RIMGEN is an acronym and mnemonic (or memory aid) to help us remember the elements of a good bug report. It can be used to help anyone write a better bug report or review existing bug reports looking to make improvements. It is also the updated version of RIMGEA (as detailed in the Bug Advocacy Workbook) and I think it makes a little more sense.
In general my preference with reporting bugs is to:
- Work with a developer to get them fixed, either by mentioning it passing or pairing with them. By far the most effective way to get bugs fixed.
- Fix it myself, although most of these are very simple bugs.
- Write a bug report. These are good instructions for that process.
How to Write a Good Bug Report
Writing a bug report seems simple on the surface. People in many roles (programmers, testers, internal and external customers, analysts) write them without much, if any, practice. Although we’ve all seen those bug reports come in without much detail or context and guess what? They don’t get fixed. Just because something is easy to do doesn’t mean it is easy to do well.
We’re writing a good bug report to get a problem fixed. Programmers are busy people, with lots of things going on and plenty of demands on their time. They don’t want to look at a bug report that doesn’t make sense, requires too much work on their part to understand or is offensive. Let’s be honest, if a bug is fairly obvious a programmer isn’t likely to need much information, motivation or influence to fix it. They might not even require a bug report to be written (mention it in passing or through slack). Those aren’t the bugs we are interested in advocating for. We’re advocating for the bugs or problems we understand to be important (for some reason) but might not be easily understood as such.
How do we advocate for bugs to be fixed? We develop reports that clearly communicate the problem, reflect the problem in a harsh but honest way so that some stakeholder realizes the risk and wants to them fixed. Just reproducing the problem might not always be enough. We want to make programmers want to fix the bug by influencing their decision, we’re selling them on fixing the bugs. To “sell” someone on fixing the bugs we need to write a good report.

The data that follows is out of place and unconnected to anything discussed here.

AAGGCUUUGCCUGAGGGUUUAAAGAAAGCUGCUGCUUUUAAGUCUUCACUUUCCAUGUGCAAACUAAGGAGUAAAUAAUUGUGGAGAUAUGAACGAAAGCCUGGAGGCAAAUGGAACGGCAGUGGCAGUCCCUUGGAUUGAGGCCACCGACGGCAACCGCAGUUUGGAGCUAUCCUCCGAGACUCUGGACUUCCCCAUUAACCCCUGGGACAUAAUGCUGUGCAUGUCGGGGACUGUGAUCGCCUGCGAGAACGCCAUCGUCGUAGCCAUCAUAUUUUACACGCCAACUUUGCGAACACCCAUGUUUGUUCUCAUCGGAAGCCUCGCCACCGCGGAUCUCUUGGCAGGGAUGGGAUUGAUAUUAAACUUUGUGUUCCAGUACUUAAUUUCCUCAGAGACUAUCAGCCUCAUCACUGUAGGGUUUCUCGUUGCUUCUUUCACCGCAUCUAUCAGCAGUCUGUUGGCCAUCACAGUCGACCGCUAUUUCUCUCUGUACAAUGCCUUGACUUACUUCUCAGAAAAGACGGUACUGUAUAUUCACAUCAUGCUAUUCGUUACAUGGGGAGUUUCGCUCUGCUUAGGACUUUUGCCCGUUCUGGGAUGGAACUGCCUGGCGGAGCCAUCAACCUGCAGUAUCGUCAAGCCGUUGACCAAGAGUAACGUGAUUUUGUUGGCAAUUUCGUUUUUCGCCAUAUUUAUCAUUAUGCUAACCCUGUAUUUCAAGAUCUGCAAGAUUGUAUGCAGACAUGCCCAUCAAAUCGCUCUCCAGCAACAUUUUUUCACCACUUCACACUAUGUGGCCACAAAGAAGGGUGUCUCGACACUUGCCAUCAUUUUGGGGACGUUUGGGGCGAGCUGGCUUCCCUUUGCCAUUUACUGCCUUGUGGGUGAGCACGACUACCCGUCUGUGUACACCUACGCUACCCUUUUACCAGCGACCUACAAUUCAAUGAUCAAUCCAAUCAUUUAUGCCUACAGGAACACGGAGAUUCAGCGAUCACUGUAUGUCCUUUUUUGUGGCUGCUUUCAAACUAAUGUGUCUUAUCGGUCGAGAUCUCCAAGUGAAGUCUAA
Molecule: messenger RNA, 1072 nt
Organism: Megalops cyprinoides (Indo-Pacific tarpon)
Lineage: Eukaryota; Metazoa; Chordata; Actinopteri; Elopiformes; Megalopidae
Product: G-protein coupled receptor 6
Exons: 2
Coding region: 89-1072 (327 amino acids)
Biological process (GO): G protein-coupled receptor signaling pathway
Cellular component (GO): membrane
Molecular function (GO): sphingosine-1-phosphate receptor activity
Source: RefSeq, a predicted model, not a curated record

To help us understand the elements of a good report we can use the heuristic RIMGEN.
BUG TITLES AND SUMMARIES
To help us communicate (and “sell”) the problem clearly in bug titles and summaries we can use the “Fails, When Protocol”. “Fails, When” says describe the failure first and then when that failure happens second.
For example in Bug Advocacy we look at two (apparently) well known problems in Microsoft Paint 95 (I think that’s the version) related to cutting and pasting from a zoomed section. When I wrote up my problem summary (before understanding the protocol) it came out as: “Cutting (Ctrl-X) a selected area while zoomed causes inconsistent behaviors.” The problem with this summary was it was too vague, contained minor details about the problem and although I spotted two bugs I tried to combine the two summaries into one. If I had used the “Fails, When” protocol a more appropriate set of bug titles might have been: “Cut doesn’t cut (freehand, zoom)” or “Cuts the wrong area (freehand, zoom, resize window)”.
To help us avoid being vague when summarizing and communicating a problem it’s important to consider how much insight the title or summary gives you into the nature, severity, or scope of the problem; does it over emphasize minor details (especially for the bug title)?
A Few Other Things:
- Looking for something a little more portable? Checkout my Bug Reporting Guidelines document.
- This is an update of my previous post “How to Write a Good Bug Report (and be a Bug Advocate)” with some slight alterations.
- Design vs coding bugs are slightly different and have a different emphasis using RIMGEN. I hope to address this later in a separate article.
- Advocating for a bug to be fixed is not an invitation to be sleazy or aggressive in your reporting. We are trying to influence a decision based on our research and understanding, not trying to ruin our credibility by pushing something the business has no desire to fix.